2.1State and measurement equations

Consider the following linear discrete-time dynamic system with the state vector 𝒙k given a set of measurement yk at time point k,


where 𝒛 is the system input, F, H, and G are the state transition, measurement, and input matrices respectively, and v is the measurement zero-mean white Gaussian noise with known diagonal covariance R. The Kalman filter is described as a linear recursive least-square estimator,


where Kk is the Kalman gain and 𝒙^k is the estimation of state 𝒙k to minimize the sum of squares between the previous estimation H𝒙^k-1 and current measurement yk. The item yk-H𝒙^k-1 is called the innovation term.

2.2Finite element formulation

Soft tissues are highly complex in terms of material composition. For the modeling purpose, it is very important to choose appropriate material law and parameters that describe mechanical properties of soft tissues. While soft tissue structure shows time-dependent, nonlinear and anisotropic behaviors, in terms of small deformation within a short-term period, soft tissues can be investigated by linear isotropic models to high precision.

The basic equations of an elastic material are strains, stresses and equilibrium relations [12]. In case of small deformations, the six independent components of the strain matrix, i.e. εij are computed from displacements in the form of


where 𝒖 is the displacement and 𝒖i,j𝒖i/xj with respect to a coordinate component xj. For elastic materials, the Hooke’s law linear stress-strain relationship can be represented as


where 𝝈 is the stress and Dijkl is the elastic moduli for an isotropic elastic material. Using only the six independent components of the symmetric stress, the linear momentum or equilibrium equation can be written as


where 𝒃 is the vector of body forces, ρ is the mass density per unit volume and 𝒖¨ is the acceleration vector.

It is assumed that the domain of analysis is divided into a set of elements and nodes over the entire body domain Ω. In consideration of the Rayleigh damping coefficient C=α0M+α1K and by evaluating the weak form of equilibrium equations for an individual linear elastic element and thereafter assembling of all elements, the equilibrium equation can be written as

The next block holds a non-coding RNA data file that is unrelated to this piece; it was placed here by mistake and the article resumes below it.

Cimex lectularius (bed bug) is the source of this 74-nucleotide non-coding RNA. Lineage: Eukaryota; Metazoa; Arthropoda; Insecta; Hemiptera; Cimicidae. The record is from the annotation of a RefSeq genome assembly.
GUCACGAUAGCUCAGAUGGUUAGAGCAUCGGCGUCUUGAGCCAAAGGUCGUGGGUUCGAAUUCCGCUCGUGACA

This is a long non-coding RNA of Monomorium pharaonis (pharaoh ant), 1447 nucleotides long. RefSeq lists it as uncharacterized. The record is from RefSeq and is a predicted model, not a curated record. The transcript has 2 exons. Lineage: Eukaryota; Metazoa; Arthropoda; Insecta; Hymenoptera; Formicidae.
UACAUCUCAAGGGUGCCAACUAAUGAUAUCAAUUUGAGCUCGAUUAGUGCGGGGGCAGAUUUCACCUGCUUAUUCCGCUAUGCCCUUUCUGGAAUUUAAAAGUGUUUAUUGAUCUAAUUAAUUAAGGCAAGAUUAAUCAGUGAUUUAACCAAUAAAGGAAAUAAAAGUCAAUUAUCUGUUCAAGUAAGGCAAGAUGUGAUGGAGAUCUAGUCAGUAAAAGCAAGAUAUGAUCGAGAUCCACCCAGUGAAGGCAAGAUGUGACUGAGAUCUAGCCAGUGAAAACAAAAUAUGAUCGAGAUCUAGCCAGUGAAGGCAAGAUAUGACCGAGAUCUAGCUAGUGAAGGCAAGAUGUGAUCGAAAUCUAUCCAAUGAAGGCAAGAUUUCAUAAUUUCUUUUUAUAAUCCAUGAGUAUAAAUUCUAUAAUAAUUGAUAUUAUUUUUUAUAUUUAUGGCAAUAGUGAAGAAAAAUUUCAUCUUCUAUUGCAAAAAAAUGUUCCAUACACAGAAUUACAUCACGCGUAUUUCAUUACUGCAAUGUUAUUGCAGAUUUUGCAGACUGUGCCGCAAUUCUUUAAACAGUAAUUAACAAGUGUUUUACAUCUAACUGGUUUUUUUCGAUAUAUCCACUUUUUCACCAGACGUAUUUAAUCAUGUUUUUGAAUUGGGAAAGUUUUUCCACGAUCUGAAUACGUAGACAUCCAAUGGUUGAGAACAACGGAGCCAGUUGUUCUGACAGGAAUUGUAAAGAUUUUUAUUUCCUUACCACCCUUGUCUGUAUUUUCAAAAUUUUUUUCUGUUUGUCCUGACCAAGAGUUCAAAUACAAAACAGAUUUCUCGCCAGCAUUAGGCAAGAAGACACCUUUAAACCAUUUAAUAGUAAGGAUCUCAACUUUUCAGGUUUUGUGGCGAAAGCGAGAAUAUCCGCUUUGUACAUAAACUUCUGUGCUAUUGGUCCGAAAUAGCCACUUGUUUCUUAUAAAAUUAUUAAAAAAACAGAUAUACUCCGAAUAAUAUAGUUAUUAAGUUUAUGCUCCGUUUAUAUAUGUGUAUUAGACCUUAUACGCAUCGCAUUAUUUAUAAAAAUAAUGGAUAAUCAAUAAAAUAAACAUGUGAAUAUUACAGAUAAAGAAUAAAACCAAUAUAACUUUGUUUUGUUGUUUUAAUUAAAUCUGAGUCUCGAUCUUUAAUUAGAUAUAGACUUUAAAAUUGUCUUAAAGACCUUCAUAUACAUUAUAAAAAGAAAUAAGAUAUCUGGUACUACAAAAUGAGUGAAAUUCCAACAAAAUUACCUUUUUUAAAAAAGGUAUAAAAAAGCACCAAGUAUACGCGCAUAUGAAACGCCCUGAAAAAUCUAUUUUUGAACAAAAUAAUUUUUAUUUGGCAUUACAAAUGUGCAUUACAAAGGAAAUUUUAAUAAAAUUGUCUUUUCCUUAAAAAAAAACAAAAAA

where M=eMabe is the mass matrix, C=α0M+α1K is the Rayleigh damping coefficient, K=eKabe is the stiffness matrix, 𝒇=e𝒇ae is the external force, and 𝒖˙ is the velocity vector.

In discrete-time finite element methods, the transient solution for the studied time duration is described with a set of discrete time points tk and approximations to the solution are determined at these points. One of the commonly used methods is the Newmark constant acceleration method [12], which is a one-step procedure to describe how a known solution at time tk-1 is determined at time tk. Since the three discrete quantities 𝒂k, 𝒗k, and 𝒖k that are the acceleration, the velocity, and the displacement vectors, respectively, are involved in Eq. (7), it requires three independent time equations to obtain a solution at each discrete time point. One is the equilibrium equation, and the other two are the Newmark formulas, Eqs (8) and (9). These are written as


where Δt=tk-tk-1 and the equilibrium equation must be satisfied at each time point tk.

Equation (10) is commonly solved by numerical algorithms, such as refined Gaussian elimination and Gauss-Seidel iterative schemes. The numerical solution is computationally expensive due to the iterative process. Therefore, numerical algorithms are not suitable to solve the above equations for the real-time requirement of soft tissue deformation. Further, numerical algorithms may also develop oscillations unless certain precautions are taken.

Figure 1.

Discrete-time KF-FEM block diagram.

Discrete-time KF-FEM block diagram.

In comparison with numerical algorithms, the Kalman filter uses a straightforward formulation for state space solution rather than an iterative process, leading to enhanced computational speed. Moreover, this recursive filtering method uses only the last time step estimation to compare with real-time measurements and optimize the next step estimation. By considering Eq. (10) as the system equation of the Kalman filter and solving it based on a set of measurements, it will result in a computationally fast and accurate solution.